Florida has been hit by severe weather recently, as the extremely powerful, long-lived Hurricane Dorian came close to making landfall in the US state. The destructive tropical cyclone devastated the Bahamas and caused significant damage to the southeastern US. Dorian was the first major hurricane of the 2019 Atlantic hurricane season, whipping out winds of 185mph at its height. But a terrifying map has now shown more disturbances are forming in the Atlantic, and they are all tracking towards the hurricane-prone Sunshine Coast.
The National Oceanic and Atmospheric Administration (NOAA) has located three developing weather systems.
One disturbance is currently located near the Bahamas and could develop into Tropical Storm Humberto over the weekend.
According to NOAA, a tropical depression could form in the next few days as it moves slowly towards the west-northwest across the Florida Straits or South Florida.
Regardless of development, the “disturbance could produce periods of locally heavy rainfall and gusty winds across the Bahamas through Thursday, and across Florida during the weekend”, the agency warned.
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In addition, another low pressure system is forecast to move westward, potentially shifting towards Florida.
This system does not look as likely to develop into a hurricane, although NOAA reports there is a formation chance of 10 percent through the next five days.
The disturbance is currently located about 650 miles east of the Lesser Antilles and is accompanied by a large but disorganised area of thunderstorms and cloudiness.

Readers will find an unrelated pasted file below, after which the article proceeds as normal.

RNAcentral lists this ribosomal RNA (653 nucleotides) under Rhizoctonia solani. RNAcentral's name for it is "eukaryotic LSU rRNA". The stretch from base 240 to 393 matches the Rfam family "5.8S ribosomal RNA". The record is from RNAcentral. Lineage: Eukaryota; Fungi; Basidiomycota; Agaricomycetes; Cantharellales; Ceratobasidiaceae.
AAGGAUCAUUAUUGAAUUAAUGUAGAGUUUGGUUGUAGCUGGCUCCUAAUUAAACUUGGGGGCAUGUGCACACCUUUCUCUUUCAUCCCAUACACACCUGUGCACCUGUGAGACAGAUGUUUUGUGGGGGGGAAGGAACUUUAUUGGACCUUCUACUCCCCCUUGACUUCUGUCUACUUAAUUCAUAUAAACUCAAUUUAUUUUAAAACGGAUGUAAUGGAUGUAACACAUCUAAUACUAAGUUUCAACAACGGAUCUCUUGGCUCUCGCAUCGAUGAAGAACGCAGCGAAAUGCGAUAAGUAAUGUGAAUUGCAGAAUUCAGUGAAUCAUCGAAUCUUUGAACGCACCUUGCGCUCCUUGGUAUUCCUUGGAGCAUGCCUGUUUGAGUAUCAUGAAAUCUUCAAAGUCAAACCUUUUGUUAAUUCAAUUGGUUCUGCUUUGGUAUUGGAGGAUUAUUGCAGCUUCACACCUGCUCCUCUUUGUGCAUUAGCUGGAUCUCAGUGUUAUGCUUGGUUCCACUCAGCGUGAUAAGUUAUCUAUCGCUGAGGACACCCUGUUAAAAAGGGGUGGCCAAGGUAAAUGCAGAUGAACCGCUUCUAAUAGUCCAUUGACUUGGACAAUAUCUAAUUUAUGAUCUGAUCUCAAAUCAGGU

The third weather system is located thousands of miles away from Florida at the moment.
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Currently, place between the west coast of Africa and the Cabo Verde Islands, it is predicted to move quickly westward during the next several days.
That means the disturbance will move over the tropical Atlantic towards the US or central-America, while it’s slowly developing.
Although the chance of this system hitting Florida is low for the time being, Hurricane Dorian started on a similar route in August.
On August 19, 2019, NOAA identified a tropical wave within a monsoon over Guinea and Senegal in western Africa.
The motion activity associated with the wave was limited by an abundance of Saharan dust in the region.
The system, who developed into major Hurricane Dorian, quickly moved west over the tropical Atlantic Ocean and saw activity increase over several days.
From August 26 to 28, the storm affected Caribbean nations, where it was stationary for almost 48 hours.
The massive storm later affected large portions of the US east coast, including Florida.